MM: My head is spinning. I recognize (and have read) more than a few of those. That is an impressive list and definitely grounds for much inspiration. It seems that all you do is read or write. I bet you do not own a television. Let’s jump from writing influences to spiritual influences. Go ahead, hit me with another impressive list.
Scott: It’s funny, but I’m having trouble separating my writing and spiritual influences. Among the greatest - Og Mandino, James Allen, Eckhart Tolle, Paulo Coehlo, Mabel Dodge Luhan, Jesus and Bhudda. The impact of writers like James Allen, Og Mandino and Coehlo have had on me in terms of the power of thought and love and in striving for a life of service and authenticity is profound. Tolle informs my journey encouraging me to experience the miracle of being present. Mabel Dodge Luhan is a spirit guide for me, leading and informing me as events in my life unfold. I love the examples of Jesus and Buddha in terms of peacefulness and unconditional love, compassion and acceptance for all of humanity. As well I’d have to include a number of dear departed friends and relatives including a great Uncle from Norway, Jon O. Botun who will forever connect me to the spirituality of the outdoors.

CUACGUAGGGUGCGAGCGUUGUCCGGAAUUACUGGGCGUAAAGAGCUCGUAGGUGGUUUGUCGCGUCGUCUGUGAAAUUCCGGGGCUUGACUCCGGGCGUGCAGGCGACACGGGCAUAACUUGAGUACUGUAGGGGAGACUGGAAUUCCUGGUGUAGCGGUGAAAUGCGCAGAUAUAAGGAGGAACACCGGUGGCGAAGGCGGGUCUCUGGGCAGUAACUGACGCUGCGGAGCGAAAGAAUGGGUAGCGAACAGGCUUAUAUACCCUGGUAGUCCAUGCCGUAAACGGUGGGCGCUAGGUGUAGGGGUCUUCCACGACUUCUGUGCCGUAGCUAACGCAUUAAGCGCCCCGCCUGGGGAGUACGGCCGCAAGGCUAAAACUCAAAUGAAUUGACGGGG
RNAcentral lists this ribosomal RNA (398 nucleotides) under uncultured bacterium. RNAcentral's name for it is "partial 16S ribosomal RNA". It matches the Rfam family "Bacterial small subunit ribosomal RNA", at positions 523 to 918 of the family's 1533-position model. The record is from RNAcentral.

Melissa: I’m loving these opportunities to pay homage. Again, I could go on for pages. I’ve been profoundly influenced by the teachings of Jesus in the New Testament; Tenzin Gyatso, the 14th Dalai Lama; and Thích Nhất Hạnh the Buddhist monk who was nominated for the Nobel Peace prize by Martin Luther King, Jr. All of them teach love.
I’ve also been inspired by writers and works such as The Bhagavad Gītā, The Tao, Sogyal Rinpoche’s The Tibetan Book of Living and Dying, Many Mansions by Gina Cerminera, The Jātakas, Viktor Fankl’s Man’s Search for Meaning, Julian of Norwich, St. Thomas Aquinas, Natalie Goldberg, Elisabeth Kübler-Ross, Huston Smith, Deepak Chopra, Edgar Cayce, Mabel Dodge Luhan, Thomas Moore, Eckhart Tolle, Robert Monroe, Rūmī, Carl Jung, Hildegard of Bingen, and Joseph Campbell.
I know the list is eclectic, but the links are pretty obvious: love, mysticism, and awareness.